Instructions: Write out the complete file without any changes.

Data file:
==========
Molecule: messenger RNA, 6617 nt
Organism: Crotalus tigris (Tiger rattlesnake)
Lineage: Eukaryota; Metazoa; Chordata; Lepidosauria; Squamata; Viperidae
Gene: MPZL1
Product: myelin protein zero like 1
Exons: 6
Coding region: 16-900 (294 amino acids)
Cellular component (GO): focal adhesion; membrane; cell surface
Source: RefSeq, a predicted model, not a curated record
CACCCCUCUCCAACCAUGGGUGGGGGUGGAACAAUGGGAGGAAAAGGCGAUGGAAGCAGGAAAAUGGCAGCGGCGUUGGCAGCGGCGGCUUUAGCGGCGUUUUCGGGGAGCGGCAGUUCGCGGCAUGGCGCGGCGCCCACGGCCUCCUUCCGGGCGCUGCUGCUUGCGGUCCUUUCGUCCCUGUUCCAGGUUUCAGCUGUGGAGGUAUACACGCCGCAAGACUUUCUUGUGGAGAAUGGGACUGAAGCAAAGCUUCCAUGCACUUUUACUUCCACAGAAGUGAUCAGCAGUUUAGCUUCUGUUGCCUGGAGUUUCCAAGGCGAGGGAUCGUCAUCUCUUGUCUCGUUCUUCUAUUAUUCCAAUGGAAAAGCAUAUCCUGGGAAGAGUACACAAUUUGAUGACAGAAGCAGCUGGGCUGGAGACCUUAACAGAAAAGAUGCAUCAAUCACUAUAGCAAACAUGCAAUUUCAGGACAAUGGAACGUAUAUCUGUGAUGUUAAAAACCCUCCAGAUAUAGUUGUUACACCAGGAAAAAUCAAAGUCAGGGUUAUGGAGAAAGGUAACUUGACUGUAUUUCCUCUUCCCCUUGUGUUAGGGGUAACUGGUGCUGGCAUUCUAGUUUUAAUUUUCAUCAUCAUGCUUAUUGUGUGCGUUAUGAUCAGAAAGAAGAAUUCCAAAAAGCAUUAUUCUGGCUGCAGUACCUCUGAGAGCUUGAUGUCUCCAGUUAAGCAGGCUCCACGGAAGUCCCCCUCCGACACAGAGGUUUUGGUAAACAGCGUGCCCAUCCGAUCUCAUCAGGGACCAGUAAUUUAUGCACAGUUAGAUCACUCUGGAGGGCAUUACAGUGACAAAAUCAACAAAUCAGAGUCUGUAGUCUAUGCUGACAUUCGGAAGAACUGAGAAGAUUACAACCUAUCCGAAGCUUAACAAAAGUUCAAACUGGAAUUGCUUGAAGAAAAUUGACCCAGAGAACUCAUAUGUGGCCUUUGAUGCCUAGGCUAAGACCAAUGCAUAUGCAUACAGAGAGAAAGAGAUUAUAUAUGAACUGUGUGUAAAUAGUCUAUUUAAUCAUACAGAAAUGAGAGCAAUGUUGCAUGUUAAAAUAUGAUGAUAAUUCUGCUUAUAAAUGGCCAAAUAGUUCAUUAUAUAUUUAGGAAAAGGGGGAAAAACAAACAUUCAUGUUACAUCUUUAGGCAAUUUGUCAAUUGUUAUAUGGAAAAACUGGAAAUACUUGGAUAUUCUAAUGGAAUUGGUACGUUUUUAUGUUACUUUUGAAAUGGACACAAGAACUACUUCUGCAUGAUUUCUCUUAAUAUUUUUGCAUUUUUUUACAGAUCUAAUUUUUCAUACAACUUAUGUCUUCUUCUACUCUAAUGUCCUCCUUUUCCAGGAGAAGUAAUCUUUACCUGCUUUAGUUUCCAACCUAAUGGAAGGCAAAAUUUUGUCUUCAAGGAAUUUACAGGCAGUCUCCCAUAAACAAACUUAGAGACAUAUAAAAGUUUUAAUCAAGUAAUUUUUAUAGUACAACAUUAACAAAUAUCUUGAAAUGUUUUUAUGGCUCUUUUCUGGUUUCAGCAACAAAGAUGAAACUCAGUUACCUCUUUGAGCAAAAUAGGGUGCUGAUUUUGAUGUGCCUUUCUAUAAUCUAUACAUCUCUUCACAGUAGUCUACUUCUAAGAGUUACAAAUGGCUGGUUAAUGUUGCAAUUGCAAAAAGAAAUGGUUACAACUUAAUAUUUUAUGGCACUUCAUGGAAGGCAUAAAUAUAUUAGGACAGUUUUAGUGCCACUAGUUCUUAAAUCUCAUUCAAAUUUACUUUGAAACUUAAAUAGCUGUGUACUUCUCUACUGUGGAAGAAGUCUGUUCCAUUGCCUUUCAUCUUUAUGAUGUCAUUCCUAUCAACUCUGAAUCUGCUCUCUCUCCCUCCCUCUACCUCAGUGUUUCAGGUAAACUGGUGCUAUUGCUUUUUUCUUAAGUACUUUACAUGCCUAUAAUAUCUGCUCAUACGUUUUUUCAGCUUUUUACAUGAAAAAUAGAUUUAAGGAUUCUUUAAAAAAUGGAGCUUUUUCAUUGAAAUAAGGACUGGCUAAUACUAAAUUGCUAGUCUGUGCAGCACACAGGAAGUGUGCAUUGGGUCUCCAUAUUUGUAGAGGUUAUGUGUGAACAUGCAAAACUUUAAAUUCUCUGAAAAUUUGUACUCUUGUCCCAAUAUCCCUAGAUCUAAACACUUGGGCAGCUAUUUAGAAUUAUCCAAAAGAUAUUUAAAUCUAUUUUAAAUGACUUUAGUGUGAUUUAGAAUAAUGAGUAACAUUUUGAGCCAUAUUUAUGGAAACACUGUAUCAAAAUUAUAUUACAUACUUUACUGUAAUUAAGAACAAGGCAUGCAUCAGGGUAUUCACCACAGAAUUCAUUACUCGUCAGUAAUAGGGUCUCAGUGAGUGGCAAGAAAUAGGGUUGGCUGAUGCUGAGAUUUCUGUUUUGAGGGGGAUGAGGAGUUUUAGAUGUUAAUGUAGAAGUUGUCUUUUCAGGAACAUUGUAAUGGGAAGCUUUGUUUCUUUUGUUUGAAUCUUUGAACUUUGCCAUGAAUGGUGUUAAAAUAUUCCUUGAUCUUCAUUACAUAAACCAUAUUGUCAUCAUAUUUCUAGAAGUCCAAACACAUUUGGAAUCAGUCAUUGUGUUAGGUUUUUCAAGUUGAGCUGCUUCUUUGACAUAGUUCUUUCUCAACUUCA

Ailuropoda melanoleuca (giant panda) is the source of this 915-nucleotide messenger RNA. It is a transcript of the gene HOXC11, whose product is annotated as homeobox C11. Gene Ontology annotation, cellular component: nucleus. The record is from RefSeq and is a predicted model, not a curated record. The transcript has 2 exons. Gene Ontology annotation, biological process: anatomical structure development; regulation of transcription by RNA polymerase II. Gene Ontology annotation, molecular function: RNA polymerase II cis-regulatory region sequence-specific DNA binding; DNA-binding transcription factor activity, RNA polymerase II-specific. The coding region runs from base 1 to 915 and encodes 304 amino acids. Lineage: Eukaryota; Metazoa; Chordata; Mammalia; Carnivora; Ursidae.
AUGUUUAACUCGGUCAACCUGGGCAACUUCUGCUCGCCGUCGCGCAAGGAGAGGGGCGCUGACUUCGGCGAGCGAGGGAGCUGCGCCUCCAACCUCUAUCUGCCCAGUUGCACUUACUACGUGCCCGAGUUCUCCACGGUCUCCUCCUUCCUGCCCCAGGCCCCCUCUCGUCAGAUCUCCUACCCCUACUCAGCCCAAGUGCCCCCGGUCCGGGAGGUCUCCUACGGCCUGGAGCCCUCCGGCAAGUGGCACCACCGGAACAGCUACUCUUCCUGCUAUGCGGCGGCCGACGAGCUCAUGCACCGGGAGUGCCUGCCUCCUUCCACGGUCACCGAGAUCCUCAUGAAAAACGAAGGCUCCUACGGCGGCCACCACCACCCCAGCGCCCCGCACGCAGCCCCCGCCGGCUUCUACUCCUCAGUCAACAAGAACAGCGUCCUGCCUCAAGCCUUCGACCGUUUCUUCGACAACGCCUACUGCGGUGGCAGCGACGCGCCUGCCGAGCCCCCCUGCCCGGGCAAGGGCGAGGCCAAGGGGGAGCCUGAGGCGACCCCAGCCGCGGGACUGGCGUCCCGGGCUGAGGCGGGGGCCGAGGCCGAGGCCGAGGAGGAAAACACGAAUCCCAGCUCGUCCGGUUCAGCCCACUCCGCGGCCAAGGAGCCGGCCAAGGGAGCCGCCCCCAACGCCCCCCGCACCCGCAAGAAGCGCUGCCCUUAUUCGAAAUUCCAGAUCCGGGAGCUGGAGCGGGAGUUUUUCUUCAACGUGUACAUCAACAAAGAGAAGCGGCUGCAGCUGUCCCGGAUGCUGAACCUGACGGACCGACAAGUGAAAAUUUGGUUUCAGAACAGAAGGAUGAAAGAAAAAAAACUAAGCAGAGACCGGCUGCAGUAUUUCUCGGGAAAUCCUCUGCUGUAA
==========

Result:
Molecule: messenger RNA, 6617 nt
Organism: Crotalus tigris (Tiger rattlesnake)
Lineage: Eukaryota; Metazoa; Chordata; Lepidosauria; Squamata; Viperidae
Gene: MPZL1
Product: myelin protein zero like 1
Exons: 6
Coding region: 16-900 (294 amino acids)
Cellular component (GO): focal adhesion; membrane; cell surface
Source: RefSeq, a predicted model, not a curated record
CACCCCUCUCCAACCAUGGGUGGGGGUGGAACAAUGGGAGGAAAAGGCGAUGGAAGCAGGAAAAUGGCAGCGGCGUUGGCAGCGGCGGCUUUAGCGGCGUUUUCGGGGAGCGGCAGUUCGCGGCAUGGCGCGGCGCCCACGGCCUCCUUCCGGGCGCUGCUGCUUGCGGUCCUUUCGUCCCUGUUCCAGGUUUCAGCUGUGGAGGUAUACACGCCGCAAGACUUUCUUGUGGAGAAUGGGACUGAAGCAAAGCUUCCAUGCACUUUUACUUCCACAGAAGUGAUCAGCAGUUUAGCUUCUGUUGCCUGGAGUUUCCAAGGCGAGGGAUCGUCAUCUCUUGUCUCGUUCUUCUAUUAUUCCAAUGGAAAAGCAUAUCCUGGGAAGAGUACACAAUUUGAUGACAGAAGCAGCUGGGCUGGAGACCUUAACAGAAAAGAUGCAUCAAUCACUAUAGCAAACAUGCAAUUUCAGGACAAUGGAACGUAUAUCUGUGAUGUUAAAAACCCUCCAGAUAUAGUUGUUACACCAGGAAAAAUCAAAGUCAGGGUUAUGGAGAAAGGUAACUUGACUGUAUUUCCUCUUCCCCUUGUGUUAGGGGUAACUGGUGCUGGCAUUCUAGUUUUAAUUUUCAUCAUCAUGCUUAUUGUGUGCGUUAUGAUCAGAAAGAAGAAUUCCAAAAAGCAUUAUUCUGGCUGCAGUACCUCUGAGAGCUUGAUGUCUCCAGUUAAGCAGGCUCCACGGAAGUCCCCCUCCGACACAGAGGUUUUGGUAAACAGCGUGCCCAUCCGAUCUCAUCAGGGACCAGUAAUUUAUGCACAGUUAGAUCACUCUGGAGGGCAUUACAGUGACAAAAUCAACAAAUCAGAGUCUGUAGUCUAUGCUGACAUUCGGAAGAACUGAGAAGAUUACAACCUAUCCGAAGCUUAACAAAAGUUCAAACUGGAAUUGCUUGAAGAAAAUUGACCCAGAGAACUCAUAUGUGGCCUUUGAUGCCUAGGCUAAGACCAAUGCAUAUGCAUACAGAGAGAAAGAGAUUAUAUAUGAACUGUGUGUAAAUAGUCUAUUUAAUCAUACAGAAAUGAGAGCAAUGUUGCAUGUUAAAAUAUGAUGAUAAUUCUGCUUAUAAAUGGCCAAAUAGUUCAUUAUAUAUUUAGGAAAAGGGGGAAAAACAAACAUUCAUGUUACAUCUUUAGGCAAUUUGUCAAUUGUUAUAUGGAAAAACUGGAAAUACUUGGAUAUUCUAAUGGAAUUGGUACGUUUUUAUGUUACUUUUGAAAUGGACACAAGAACUACUUCUGCAUGAUUUCUCUUAAUAUUUUUGCAUUUUUUUACAGAUCUAAUUUUUCAUACAACUUAUGUCUUCUUCUACUCUAAUGUCCUCCUUUUCCAGGAGAAGUAAUCUUUACCUGCUUUAGUUUCCAACCUAAUGGAAGGCAAAAUUUUGUCUUCAAGGAAUUUACAGGCAGUCUCCCAUAAACAAACUUAGAGACAUAUAAAAGUUUUAAUCAAGUAAUUUUUAUAGUACAACAUUAACAAAUAUCUUGAAAUGUUUUUAUGGCUCUUUUCUGGUUUCAGCAACAAAGAUGAAACUCAGUUACCUCUUUGAGCAAAAUAGGGUGCUGAUUUUGAUGUGCCUUUCUAUAAUCUAUACAUCUCUUCACAGUAGUCUACUUCUAAGAGUUACAAAUGGCUGGUUAAUGUUGCAAUUGCAAAAAGAAAUGGUUACAACUUAAUAUUUUAUGGCACUUCAUGGAAGGCAUAAAUAUAUUAGGACAGUUUUAGUGCCACUAGUUCUUAAAUCUCAUUCAAAUUUACUUUGAAACUUAAAUAGCUGUGUACUUCUCUACUGUGGAAGAAGUCUGUUCCAUUGCCUUUCAUCUUUAUGAUGUCAUUCCUAUCAACUCUGAAUCUGCUCUCUCUCCCUCCCUCUACCUCAGUGUUUCAGGUAAACUGGUGCUAUUGCUUUUUUCUUAAGUACUUUACAUGCCUAUAAUAUCUGCUCAUACGUUUUUUCAGCUUUUUACAUGAAAAAUAGAUUUAAGGAUUCUUUAAAAAAUGGAGCUUUUUCAUUGAAAUAAGGACUGGCUAAUACUAAAUUGCUAGUCUGUGCAGCACACAGGAAGUGUGCAUUGGGUCUCCAUAUUUGUAGAGGUUAUGUGUGAACAUGCAAAACUUUAAAUUCUCUGAAAAUUUGUACUCUUGUCCCAAUAUCCCUAGAUCUAAACACUUGGGCAGCUAUUUAGAAUUAUCCAAAAGAUAUUUAAAUCUAUUUUAAAUGACUUUAGUGUGAUUUAGAAUAAUGAGUAACAUUUUGAGCCAUAUUUAUGGAAACACUGUAUCAAAAUUAUAUUACAUACUUUACUGUAAUUAAGAACAAGGCAUGCAUCAGGGUAUUCACCACAGAAUUCAUUACUCGUCAGUAAUAGGGUCUCAGUGAGUGGCAAGAAAUAGGGUUGGCUGAUGCUGAGAUUUCUGUUUUGAGGGGGAUGAGGAGUUUUAGAUGUUAAUGUAGAAGUUGUCUUUUCAGGAACAUUGUAAUGGGAAGCUUUGUUUCUUUUGUUUGAAUCUUUGAACUUUGCCAUGAAUGGUGUUAAAAUAUUCCUUGAUCUUCAUUACAUAAACCAUAUUGUCAUCAUAUUUCUAGAAGUCCAAACACAUUUGGAAUCAGUCAUUGUGUUAGGUUUUUCAAGUUGAGCUGCUUCUUUGACAUAGUUCUUUCUCAACUUCA

Ailuropoda melanoleuca (giant panda) is the source of this 915-nucleotide messenger RNA. It is a transcript of the gene HOXC11, whose product is annotated as homeobox C11. Gene Ontology annotation, cellular component: nucleus. The record is from RefSeq and is a predicted model, not a curated record. The transcript has 2 exons. Gene Ontology annotation, biological process: anatomical structure development; regulation of transcription by RNA polymerase II. Gene Ontology annotation, molecular function: RNA polymerase II cis-regulatory region sequence-specific DNA binding; DNA-binding transcription factor activity, RNA polymerase II-specific. The coding region runs from base 1 to 915 and encodes 304 amino acids. Lineage: Eukaryota; Metazoa; Chordata; Mammalia; Carnivora; Ursidae.
AUGUUUAACUCGGUCAACCUGGGCAACUUCUGCUCGCCGUCGCGCAAGGAGAGGGGCGCUGACUUCGGCGAGCGAGGGAGCUGCGCCUCCAACCUCUAUCUGCCCAGUUGCACUUACUACGUGCCCGAGUUCUCCACGGUCUCCUCCUUCCUGCCCCAGGCCCCCUCUCGUCAGAUCUCCUACCCCUACUCAGCCCAAGUGCCCCCGGUCCGGGAGGUCUCCUACGGCCUGGAGCCCUCCGGCAAGUGGCACCACCGGAACAGCUACUCUUCCUGCUAUGCGGCGGCCGACGAGCUCAUGCACCGGGAGUGCCUGCCUCCUUCCACGGUCACCGAGAUCCUCAUGAAAAACGAAGGCUCCUACGGCGGCCACCACCACCCCAGCGCCCCGCACGCAGCCCCCGCCGGCUUCUACUCCUCAGUCAACAAGAACAGCGUCCUGCCUCAAGCCUUCGACCGUUUCUUCGACAACGCCUACUGCGGUGGCAGCGACGCGCCUGCCGAGCCCCCCUGCCCGGGCAAGGGCGAGGCCAAGGGGGAGCCUGAGGCGACCCCAGCCGCGGGACUGGCGUCCCGGGCUGAGGCGGGGGCCGAGGCCGAGGCCGAGGAGGAAAACACGAAUCCCAGCUCGUCCGGUUCAGCCCACUCCGCGGCCAAGGAGCCGGCCAAGGGAGCCGCCCCCAACGCCCCCCGCACCCGCAAGAAGCGCUGCCCUUAUUCGAAAUUCCAGAUCCGGGAGCUGGAGCGGGAGUUUUUCUUCAACGUGUACAUCAACAAAGAGAAGCGGCUGCAGCUGUCCCGGAUGCUGAACCUGACGGACCGACAAGUGAAAAUUUGGUUUCAGAACAGAAGGAUGAAAGAAAAAAAACUAAGCAGAGACCGGCUGCAGUAUUUCUCGGGAAAUCCUCUGCUGUAA